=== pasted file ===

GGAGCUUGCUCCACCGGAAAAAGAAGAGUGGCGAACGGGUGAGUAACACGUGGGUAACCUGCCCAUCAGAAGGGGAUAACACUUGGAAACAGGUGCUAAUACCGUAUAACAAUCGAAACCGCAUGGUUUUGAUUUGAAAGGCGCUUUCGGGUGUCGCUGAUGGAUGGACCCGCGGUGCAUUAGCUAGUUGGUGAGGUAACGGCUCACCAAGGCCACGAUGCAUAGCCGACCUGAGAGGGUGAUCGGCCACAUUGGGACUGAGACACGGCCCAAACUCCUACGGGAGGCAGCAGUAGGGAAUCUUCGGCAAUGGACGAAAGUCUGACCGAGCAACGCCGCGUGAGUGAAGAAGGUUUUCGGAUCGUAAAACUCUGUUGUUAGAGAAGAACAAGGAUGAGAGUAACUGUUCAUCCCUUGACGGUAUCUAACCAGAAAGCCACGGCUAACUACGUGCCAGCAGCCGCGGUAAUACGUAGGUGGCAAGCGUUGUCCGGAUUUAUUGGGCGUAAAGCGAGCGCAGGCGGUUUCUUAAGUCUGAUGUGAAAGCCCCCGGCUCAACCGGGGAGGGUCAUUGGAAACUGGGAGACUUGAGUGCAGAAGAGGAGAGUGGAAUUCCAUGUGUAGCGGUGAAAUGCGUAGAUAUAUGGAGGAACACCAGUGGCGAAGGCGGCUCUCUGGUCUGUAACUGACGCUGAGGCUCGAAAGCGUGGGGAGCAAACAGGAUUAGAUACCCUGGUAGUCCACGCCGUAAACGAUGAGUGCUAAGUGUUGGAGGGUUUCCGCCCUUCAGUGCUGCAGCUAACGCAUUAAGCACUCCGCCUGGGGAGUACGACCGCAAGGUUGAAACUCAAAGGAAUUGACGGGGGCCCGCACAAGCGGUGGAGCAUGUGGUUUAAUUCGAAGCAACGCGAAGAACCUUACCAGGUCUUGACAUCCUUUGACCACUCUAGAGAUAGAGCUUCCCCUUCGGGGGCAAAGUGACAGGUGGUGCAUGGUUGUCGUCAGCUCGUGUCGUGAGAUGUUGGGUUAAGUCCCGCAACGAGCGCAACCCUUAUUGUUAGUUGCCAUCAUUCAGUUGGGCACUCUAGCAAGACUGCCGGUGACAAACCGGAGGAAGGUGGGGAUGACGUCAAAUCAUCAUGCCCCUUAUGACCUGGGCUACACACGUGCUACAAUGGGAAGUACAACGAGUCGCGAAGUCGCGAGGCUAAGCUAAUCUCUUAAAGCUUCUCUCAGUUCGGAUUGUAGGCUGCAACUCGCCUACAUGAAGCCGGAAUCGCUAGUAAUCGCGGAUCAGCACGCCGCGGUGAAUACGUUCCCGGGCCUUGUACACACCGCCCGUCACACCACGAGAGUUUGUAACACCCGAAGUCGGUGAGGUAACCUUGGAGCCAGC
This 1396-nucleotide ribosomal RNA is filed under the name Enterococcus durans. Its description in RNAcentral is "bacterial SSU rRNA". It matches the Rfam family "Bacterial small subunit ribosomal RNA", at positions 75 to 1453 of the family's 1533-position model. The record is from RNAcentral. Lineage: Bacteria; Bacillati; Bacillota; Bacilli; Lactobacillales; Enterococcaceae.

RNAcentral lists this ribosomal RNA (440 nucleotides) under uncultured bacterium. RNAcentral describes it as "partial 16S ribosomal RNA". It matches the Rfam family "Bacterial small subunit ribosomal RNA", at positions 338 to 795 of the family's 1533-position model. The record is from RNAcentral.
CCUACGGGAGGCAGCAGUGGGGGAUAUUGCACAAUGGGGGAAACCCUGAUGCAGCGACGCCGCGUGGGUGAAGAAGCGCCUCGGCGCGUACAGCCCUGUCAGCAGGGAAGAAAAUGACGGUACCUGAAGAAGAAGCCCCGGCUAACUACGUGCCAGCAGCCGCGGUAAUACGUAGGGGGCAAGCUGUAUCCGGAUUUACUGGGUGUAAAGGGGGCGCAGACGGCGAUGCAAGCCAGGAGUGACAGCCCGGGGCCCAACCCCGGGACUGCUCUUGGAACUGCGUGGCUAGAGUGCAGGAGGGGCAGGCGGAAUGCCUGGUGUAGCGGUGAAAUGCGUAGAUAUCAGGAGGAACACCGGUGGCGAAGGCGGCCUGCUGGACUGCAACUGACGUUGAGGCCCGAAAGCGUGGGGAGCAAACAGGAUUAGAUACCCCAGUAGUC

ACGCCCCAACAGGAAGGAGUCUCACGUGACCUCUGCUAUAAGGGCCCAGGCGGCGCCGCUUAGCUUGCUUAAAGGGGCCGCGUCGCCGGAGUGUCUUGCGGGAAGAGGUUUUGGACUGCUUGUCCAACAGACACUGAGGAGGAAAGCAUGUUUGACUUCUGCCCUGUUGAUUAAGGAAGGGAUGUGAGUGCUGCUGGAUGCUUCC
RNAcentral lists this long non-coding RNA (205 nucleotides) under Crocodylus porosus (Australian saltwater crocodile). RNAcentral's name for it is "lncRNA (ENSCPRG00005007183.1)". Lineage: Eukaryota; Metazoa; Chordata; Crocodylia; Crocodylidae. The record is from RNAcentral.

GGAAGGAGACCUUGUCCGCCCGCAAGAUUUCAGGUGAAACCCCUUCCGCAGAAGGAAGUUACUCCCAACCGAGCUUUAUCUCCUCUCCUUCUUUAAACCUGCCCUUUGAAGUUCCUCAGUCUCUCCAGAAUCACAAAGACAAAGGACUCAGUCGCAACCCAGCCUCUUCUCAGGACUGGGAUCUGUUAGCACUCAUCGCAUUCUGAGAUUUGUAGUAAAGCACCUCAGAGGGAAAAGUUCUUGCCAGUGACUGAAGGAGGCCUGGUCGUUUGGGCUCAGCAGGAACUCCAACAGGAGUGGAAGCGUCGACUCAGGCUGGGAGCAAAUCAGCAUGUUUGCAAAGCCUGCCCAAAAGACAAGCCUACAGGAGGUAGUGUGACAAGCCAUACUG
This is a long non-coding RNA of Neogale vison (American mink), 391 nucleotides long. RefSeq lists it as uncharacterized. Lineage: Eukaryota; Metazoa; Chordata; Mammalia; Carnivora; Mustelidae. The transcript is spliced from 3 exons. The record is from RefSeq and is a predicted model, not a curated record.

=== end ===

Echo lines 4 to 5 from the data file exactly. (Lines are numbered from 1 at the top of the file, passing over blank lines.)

CCUACGGGAGGCAGCAGUGGGGGAUAUUGCACAAUGGGGGAAACCCUGAUGCAGCGACGCCGCGUGGGUGAAGAAGCGCCUCGGCGCGUACAGCCCUGUCAGCAGGGAAGAAAAUGACGGUACCUGAAGAAGAAGCCCCGGCUAACUACGUGCCAGCAGCCGCGGUAAUACGUAGGGGGCAAGCUGUAUCCGGAUUUACUGGGUGUAAAGGGGGCGCAGACGGCGAUGCAAGCCAGGAGUGACAGCCCGGGGCCCAACCCCGGGACUGCUCUUGGAACUGCGUGGCUAGAGUGCAGGAGGGGCAGGCGGAAUGCCUGGUGUAGCGGUGAAAUGCGUAGAUAUCAGGAGGAACACCGGUGGCGAAGGCGGCCUGCUGGACUGCAACUGACGUUGAGGCCCGAAAGCGUGGGGAGCAAACAGGAUUAGAUACCCCAGUAGUC

ACGCCCCAACAGGAAGGAGUCUCACGUGACCUCUGCUAUAAGGGCCCAGGCGGCGCCGCUUAGCUUGCUUAAAGGGGCCGCGUCGCCGGAGUGUCUUGCGGGAAGAGGUUUUGGACUGCUUGUCCAACAGACACUGAGGAGGAAAGCAUGUUUGACUUCUGCCCUGUUGAUUAAGGAAGGGAUGUGAGUGCUGCUGGAUGCUUCC